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    Ah, but what does "biology so alien" mean? We still have diseases here in the present that are almost invariably fatal, yet they've been evolving alongside us for millions of years. The changes required to evade the immune system aren't always drastic. They are usually small changes to chemical markers or structural changes to surface molecules. Isolation simply allows these small changes to evolve without a corresponding adaption by the immune system.
     
  7. Jun 26, 2016 #6
    I thought that another extremophile bacteria could eat them, while martians already developed vaccinations against the other one. Biology so alien : i read it was fake that a bacteria had arsen in DNA instead of phosphor, but maybe in this case even fundamentals could be different.
     
  8. Jun 26, 2016 #7

    Drakkith

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    Inside someone's body? The other bacteria would also have to evade the immune system and not harm the person.

    Did you mean arsenic and phosphorous?
     
    Last edited: Jun 26, 2016
  9. Jun 26, 2016 #8
    I see the first one is a long shot. Maybe use the other bacteria to decontaminate the station without subjecting the life support to big heat?
    Sorry, my english isnt the best, yes arsenic and phosphorous.
     
  10. Jun 26, 2016 #9

    Drakkith

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    You could try that I suppose. You could also have them develop a bacteriophage that targets the pathogen, if they have the means to develop one. I'm sure there are several ways to get rid of it, but I'm not that familiar with curing epidemics.
     
  11. Jun 27, 2016 #10

    Ryan_m_b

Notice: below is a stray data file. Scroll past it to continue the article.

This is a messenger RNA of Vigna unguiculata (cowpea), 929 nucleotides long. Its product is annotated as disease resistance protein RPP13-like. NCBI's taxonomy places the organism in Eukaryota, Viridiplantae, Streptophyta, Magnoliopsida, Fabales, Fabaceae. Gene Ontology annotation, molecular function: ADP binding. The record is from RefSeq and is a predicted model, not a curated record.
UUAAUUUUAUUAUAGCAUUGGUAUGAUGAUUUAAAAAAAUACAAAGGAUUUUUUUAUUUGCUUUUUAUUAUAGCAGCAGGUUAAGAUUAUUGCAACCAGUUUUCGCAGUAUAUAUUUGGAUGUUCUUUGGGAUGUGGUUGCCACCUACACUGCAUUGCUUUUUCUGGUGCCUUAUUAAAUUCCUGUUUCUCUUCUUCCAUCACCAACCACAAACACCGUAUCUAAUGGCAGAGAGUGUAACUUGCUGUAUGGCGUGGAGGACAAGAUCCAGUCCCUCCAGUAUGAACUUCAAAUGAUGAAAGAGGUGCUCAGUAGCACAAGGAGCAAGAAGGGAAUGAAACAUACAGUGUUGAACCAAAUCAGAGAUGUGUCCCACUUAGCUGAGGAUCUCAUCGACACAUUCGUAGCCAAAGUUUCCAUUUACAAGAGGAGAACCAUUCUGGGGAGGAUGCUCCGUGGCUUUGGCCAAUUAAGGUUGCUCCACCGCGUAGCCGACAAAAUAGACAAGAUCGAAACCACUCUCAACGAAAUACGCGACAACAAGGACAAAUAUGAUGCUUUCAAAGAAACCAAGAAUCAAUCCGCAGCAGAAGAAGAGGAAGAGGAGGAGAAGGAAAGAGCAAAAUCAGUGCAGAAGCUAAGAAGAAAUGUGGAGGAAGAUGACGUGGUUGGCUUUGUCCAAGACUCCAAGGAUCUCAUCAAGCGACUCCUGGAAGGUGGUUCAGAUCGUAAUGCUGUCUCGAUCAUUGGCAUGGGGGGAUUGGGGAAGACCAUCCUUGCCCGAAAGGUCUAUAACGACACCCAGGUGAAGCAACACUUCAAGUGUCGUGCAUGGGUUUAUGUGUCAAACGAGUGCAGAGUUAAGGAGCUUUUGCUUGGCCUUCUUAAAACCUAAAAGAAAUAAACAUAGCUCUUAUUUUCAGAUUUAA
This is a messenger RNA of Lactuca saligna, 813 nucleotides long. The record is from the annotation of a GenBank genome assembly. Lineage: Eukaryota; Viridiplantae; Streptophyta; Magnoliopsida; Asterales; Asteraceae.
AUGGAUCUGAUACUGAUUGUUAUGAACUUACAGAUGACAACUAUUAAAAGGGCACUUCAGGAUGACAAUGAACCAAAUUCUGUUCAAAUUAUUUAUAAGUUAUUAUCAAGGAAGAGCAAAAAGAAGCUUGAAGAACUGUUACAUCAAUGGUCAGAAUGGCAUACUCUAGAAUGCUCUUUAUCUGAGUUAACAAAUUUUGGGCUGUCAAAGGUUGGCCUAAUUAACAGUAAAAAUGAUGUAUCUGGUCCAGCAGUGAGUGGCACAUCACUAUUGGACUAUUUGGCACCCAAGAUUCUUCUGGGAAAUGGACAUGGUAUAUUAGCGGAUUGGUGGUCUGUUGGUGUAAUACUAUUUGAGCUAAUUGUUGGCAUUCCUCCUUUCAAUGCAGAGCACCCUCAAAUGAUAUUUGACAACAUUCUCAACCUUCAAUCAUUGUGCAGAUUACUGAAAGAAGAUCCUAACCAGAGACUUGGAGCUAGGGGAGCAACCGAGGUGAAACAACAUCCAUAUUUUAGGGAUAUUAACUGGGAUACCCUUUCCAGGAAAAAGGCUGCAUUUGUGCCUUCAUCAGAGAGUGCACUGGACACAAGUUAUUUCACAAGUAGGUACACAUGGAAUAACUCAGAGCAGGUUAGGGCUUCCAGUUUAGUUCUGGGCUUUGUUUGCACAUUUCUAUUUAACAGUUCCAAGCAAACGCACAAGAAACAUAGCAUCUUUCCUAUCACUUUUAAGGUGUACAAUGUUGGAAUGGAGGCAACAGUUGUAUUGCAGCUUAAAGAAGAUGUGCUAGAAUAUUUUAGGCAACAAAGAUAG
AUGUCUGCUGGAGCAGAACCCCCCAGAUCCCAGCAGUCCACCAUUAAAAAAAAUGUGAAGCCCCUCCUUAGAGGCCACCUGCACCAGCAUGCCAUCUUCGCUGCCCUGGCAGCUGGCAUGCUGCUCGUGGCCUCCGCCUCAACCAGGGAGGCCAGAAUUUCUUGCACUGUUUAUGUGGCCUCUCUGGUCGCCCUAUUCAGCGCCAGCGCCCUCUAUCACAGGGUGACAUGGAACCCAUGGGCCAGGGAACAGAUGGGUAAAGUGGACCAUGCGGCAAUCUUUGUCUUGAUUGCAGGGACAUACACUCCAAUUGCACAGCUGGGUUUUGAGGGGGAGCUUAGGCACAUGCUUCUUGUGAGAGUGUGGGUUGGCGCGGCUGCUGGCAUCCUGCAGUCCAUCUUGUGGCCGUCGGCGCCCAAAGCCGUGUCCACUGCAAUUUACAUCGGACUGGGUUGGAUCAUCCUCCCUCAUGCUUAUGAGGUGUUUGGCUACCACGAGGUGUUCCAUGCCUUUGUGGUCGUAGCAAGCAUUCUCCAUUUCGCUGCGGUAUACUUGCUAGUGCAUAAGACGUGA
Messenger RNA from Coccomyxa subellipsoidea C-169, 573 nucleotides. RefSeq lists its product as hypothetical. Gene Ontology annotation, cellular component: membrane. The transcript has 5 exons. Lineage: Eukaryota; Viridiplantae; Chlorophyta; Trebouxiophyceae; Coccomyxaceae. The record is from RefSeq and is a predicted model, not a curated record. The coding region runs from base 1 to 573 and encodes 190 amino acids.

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    As a general point any space colony trying to fully sterilise its environment is going to suffer long term health problems as a consequence. It's an open question how bad it would be for a human to be born and raised in abiotic conditions but at the very least we could expect a host of autoimmune problems. The hygiene hypothesis proposes that cleaner environments during development lead to increased likelihood of allergies and other problems in later life because the immune system has not developed properly. In other words whilst care would be taken on a space colony to screen for very dangerous pathogens they're going to have to have some therapy or environmental conditions that stimulate the immune system.

    Wrt to the epidemic the response is going to vary based on what the pathogen is. Is it airborne? Water borne? Is it spread by contact, the air conditioning units, blood etc. It seems likely that an important first response would be to set up quarantines and curfews, isolate as many areas of the habitat as possible. Then track down the source of the disease (epidemiologically tracing how the disease spread and who too should be a lot easier in a small, closed community which is likely covered in sensors). How to treat will depend on what it is, are there any known antibiotics that work against it for instance?